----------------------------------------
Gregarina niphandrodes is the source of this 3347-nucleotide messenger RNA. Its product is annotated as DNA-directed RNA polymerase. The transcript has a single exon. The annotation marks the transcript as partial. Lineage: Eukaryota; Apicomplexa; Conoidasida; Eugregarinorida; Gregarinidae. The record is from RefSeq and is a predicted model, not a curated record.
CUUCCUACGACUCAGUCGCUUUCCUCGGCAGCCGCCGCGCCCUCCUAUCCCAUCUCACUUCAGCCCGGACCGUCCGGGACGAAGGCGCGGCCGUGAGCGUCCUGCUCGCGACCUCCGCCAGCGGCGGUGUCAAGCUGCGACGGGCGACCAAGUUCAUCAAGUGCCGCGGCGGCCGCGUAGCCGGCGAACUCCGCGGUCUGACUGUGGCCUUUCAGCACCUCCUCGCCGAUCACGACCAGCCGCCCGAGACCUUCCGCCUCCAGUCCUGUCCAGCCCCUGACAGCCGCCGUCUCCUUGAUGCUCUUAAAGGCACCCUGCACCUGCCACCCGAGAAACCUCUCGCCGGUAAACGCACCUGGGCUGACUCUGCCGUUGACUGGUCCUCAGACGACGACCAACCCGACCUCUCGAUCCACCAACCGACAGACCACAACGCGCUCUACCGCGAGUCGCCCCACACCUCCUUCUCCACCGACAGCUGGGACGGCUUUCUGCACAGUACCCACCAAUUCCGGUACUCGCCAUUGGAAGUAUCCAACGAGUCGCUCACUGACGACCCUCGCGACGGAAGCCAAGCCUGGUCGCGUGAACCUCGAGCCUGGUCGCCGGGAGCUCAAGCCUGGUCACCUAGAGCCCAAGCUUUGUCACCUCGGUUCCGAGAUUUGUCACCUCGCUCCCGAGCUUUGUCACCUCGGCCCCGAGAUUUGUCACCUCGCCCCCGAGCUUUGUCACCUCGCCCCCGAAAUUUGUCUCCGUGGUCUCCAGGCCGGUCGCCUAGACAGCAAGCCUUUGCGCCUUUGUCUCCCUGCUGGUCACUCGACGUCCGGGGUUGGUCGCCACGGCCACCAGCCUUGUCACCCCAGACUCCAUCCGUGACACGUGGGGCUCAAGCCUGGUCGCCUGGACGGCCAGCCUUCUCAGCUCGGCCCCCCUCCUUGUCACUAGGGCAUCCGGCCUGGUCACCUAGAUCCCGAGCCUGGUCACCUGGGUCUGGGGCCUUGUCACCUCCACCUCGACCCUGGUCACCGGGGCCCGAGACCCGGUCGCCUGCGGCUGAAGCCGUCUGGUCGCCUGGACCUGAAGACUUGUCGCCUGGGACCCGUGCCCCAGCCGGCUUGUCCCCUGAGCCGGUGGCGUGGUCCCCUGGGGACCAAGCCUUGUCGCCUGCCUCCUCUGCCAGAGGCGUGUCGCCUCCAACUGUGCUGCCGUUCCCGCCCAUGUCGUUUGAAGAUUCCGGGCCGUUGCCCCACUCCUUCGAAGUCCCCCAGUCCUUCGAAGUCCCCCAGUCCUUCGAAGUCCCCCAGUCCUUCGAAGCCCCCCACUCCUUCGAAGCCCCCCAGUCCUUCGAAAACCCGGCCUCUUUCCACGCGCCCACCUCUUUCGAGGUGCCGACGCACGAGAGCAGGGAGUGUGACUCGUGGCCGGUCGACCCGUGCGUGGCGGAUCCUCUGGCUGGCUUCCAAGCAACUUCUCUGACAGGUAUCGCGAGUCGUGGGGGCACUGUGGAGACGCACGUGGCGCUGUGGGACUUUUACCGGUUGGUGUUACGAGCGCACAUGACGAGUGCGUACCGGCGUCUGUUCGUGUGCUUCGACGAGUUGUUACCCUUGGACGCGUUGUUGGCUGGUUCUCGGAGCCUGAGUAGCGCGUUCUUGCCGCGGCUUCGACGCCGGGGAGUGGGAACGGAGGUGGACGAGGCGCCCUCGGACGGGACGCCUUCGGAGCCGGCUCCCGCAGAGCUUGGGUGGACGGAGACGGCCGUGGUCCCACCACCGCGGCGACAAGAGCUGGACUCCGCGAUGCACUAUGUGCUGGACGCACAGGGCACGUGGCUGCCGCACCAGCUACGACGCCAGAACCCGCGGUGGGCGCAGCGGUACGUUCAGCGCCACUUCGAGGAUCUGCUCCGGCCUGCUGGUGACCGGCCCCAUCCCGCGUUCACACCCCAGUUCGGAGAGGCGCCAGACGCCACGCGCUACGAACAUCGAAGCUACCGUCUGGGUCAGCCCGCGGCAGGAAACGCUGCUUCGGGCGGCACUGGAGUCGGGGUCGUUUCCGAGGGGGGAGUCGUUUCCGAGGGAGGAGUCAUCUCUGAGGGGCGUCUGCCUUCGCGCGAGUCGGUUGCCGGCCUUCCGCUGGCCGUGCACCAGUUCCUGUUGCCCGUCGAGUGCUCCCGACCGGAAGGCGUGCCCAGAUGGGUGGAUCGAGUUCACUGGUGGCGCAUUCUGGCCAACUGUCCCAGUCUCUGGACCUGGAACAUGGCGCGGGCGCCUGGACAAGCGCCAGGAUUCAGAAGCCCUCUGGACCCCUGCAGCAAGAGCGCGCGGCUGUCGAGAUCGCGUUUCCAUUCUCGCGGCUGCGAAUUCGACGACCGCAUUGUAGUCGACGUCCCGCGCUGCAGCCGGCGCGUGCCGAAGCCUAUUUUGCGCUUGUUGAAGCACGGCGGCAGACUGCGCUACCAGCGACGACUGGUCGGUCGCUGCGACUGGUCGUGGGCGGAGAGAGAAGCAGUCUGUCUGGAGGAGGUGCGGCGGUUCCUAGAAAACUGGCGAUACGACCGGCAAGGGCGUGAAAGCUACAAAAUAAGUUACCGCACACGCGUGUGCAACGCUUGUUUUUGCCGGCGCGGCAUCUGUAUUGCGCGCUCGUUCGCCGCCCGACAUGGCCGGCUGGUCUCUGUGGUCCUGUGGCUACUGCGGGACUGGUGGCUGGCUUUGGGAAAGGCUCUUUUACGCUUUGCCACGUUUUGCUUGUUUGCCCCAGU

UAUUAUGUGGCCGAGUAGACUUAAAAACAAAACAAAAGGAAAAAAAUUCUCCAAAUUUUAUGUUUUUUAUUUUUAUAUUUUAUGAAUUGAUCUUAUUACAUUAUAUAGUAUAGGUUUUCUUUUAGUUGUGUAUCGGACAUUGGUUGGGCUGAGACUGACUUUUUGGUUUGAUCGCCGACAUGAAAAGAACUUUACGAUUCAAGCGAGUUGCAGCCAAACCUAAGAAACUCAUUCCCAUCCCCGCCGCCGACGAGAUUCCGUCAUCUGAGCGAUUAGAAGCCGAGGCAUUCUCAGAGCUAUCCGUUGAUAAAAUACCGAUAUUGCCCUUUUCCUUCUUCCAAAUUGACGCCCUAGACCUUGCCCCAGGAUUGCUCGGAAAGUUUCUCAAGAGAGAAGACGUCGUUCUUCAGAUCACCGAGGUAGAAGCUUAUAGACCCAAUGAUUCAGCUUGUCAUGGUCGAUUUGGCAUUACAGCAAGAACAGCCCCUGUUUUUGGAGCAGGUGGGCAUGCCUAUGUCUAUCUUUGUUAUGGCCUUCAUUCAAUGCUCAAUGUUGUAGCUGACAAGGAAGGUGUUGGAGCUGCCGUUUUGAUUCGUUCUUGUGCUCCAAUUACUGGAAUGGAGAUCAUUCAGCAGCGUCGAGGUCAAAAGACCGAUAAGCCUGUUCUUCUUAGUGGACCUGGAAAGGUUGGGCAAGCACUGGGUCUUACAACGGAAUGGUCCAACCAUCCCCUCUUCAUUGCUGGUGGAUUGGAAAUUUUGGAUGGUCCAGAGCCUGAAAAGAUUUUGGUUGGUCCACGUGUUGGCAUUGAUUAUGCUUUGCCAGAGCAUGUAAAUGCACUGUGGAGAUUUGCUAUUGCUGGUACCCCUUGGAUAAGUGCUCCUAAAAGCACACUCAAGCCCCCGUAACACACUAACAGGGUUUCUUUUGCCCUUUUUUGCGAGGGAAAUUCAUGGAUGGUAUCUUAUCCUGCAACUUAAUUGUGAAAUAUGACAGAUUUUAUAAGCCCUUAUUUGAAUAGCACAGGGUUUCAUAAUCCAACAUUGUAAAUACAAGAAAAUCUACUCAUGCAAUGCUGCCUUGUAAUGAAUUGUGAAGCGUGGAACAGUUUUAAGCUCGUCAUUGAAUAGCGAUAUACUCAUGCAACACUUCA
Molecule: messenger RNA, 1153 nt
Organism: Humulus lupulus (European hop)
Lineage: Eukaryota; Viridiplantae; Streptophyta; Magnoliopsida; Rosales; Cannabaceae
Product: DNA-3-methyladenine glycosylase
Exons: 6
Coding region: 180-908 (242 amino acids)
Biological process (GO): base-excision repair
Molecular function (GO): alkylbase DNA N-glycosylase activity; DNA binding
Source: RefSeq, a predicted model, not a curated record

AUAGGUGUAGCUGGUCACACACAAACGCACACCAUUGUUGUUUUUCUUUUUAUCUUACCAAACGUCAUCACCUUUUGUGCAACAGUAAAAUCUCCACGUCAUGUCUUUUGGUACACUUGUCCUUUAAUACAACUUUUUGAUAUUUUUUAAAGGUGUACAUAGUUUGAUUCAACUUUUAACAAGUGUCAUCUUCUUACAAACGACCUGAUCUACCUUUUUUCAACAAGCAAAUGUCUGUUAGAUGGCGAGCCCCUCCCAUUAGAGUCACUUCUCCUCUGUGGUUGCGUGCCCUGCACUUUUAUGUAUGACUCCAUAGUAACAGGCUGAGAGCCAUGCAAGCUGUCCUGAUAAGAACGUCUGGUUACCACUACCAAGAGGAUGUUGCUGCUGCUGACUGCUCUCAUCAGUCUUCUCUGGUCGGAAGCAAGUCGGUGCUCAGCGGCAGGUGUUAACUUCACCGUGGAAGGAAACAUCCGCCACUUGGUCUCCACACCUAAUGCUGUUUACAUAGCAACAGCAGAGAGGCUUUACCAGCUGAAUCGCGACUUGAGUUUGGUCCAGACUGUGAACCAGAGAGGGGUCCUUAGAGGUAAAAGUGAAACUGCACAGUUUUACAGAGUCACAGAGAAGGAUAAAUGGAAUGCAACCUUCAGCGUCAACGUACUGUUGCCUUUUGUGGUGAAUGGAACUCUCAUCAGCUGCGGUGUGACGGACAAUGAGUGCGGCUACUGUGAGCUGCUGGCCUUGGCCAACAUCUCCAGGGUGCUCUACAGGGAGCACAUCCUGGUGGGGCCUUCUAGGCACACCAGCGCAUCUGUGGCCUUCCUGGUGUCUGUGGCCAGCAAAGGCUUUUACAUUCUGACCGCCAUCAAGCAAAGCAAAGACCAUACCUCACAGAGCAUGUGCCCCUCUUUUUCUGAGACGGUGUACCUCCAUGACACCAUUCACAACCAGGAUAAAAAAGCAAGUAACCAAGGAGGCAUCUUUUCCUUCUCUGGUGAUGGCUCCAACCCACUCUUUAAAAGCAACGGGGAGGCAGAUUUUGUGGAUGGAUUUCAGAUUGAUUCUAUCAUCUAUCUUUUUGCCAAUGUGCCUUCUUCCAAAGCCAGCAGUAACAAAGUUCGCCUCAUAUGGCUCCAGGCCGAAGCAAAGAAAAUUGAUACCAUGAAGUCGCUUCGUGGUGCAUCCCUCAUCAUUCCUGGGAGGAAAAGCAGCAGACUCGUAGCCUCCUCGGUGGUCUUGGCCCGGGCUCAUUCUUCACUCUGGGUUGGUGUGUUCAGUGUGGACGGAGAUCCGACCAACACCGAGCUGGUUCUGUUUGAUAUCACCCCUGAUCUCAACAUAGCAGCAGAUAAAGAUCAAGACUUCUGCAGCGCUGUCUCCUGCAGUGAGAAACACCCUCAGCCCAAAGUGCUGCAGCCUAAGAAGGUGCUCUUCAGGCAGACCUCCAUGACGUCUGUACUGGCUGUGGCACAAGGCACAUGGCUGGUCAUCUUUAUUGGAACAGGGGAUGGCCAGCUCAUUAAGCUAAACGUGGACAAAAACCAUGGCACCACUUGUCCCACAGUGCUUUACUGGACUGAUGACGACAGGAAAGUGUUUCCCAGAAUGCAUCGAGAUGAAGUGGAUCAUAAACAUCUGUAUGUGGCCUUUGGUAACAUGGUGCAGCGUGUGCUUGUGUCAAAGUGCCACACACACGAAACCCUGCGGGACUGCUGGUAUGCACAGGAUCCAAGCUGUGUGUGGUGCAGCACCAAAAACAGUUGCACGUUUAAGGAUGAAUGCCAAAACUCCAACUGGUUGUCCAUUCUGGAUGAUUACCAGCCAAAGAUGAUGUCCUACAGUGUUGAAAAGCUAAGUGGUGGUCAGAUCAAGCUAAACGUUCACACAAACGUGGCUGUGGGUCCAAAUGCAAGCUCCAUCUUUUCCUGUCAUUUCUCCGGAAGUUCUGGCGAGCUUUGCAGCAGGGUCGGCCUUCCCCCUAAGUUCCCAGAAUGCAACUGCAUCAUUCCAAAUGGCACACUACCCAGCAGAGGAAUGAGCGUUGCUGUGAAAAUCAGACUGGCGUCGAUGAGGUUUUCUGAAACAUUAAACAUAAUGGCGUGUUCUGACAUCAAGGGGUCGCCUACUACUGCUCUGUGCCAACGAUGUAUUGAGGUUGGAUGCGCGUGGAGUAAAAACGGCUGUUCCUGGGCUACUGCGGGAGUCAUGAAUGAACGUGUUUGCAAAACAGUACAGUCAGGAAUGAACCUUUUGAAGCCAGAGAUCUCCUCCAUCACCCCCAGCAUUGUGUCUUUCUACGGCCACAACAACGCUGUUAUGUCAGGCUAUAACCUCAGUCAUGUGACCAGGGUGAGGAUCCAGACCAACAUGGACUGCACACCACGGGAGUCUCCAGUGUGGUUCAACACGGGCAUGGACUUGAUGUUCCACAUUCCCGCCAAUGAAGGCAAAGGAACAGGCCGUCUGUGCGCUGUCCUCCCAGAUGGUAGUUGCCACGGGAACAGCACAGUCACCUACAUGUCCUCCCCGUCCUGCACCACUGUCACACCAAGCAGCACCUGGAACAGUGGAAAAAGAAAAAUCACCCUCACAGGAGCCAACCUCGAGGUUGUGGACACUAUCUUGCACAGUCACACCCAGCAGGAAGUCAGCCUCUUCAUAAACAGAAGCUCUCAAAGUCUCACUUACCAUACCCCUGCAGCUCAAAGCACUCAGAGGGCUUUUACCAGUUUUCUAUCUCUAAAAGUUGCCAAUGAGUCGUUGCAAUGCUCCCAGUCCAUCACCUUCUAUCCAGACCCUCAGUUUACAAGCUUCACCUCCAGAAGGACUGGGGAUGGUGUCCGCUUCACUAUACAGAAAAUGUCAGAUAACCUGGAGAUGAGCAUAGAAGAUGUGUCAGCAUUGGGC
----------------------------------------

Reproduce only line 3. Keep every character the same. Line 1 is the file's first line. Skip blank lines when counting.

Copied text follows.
UAUUAUGUGGCCGAGUAGACUUAAAAACAAAACAAAAGGAAAAAAAUUCUCCAAAUUUUAUGUUUUUUAUUUUUAUAUUUUAUGAAUUGAUCUUAUUACAUUAUAUAGUAUAGGUUUUCUUUUAGUUGUGUAUCGGACAUUGGUUGGGCUGAGACUGACUUUUUGGUUUGAUCGCCGACAUGAAAAGAACUUUACGAUUCAAGCGAGUUGCAGCCAAACCUAAGAAACUCAUUCCCAUCCCCGCCGCCGACGAGAUUCCGUCAUCUGAGCGAUUAGAAGCCGAGGCAUUCUCAGAGCUAUCCGUUGAUAAAAUACCGAUAUUGCCCUUUUCCUUCUUCCAAAUUGACGCCCUAGACCUUGCCCCAGGAUUGCUCGGAAAGUUUCUCAAGAGAGAAGACGUCGUUCUUCAGAUCACCGAGGUAGAAGCUUAUAGACCCAAUGAUUCAGCUUGUCAUGGUCGAUUUGGCAUUACAGCAAGAACAGCCCCUGUUUUUGGAGCAGGUGGGCAUGCCUAUGUCUAUCUUUGUUAUGGCCUUCAUUCAAUGCUCAAUGUUGUAGCUGACAAGGAAGGUGUUGGAGCUGCCGUUUUGAUUCGUUCUUGUGCUCCAAUUACUGGAAUGGAGAUCAUUCAGCAGCGUCGAGGUCAAAAGACCGAUAAGCCUGUUCUUCUUAGUGGACCUGGAAAGGUUGGGCAAGCACUGGGUCUUACAACGGAAUGGUCCAACCAUCCCCUCUUCAUUGCUGGUGGAUUGGAAAUUUUGGAUGGUCCAGAGCCUGAAAAGAUUUUGGUUGGUCCACGUGUUGGCAUUGAUUAUGCUUUGCCAGAGCAUGUAAAUGCACUGUGGAGAUUUGCUAUUGCUGGUACCCCUUGGAUAAGUGCUCCUAAAAGCACACUCAAGCCCCCGUAACACACUAACAGGGUUUCUUUUGCCCUUUUUUGCGAGGGAAAUUCAUGGAUGGUAUCUUAUCCUGCAACUUAAUUGUGAAAUAUGACAGAUUUUAUAAGCCCUUAUUUGAAUAGCACAGGGUUUCAUAAUCCAACAUUGUAAAUACAAGAAAAUCUACUCAUGCAAUGCUGCCUUGUAAUGAAUUGUGAAGCGUGGAACAGUUUUAAGCUCGUCAUUGAAUAGCGAUAUACUCAUGCAACACUUCA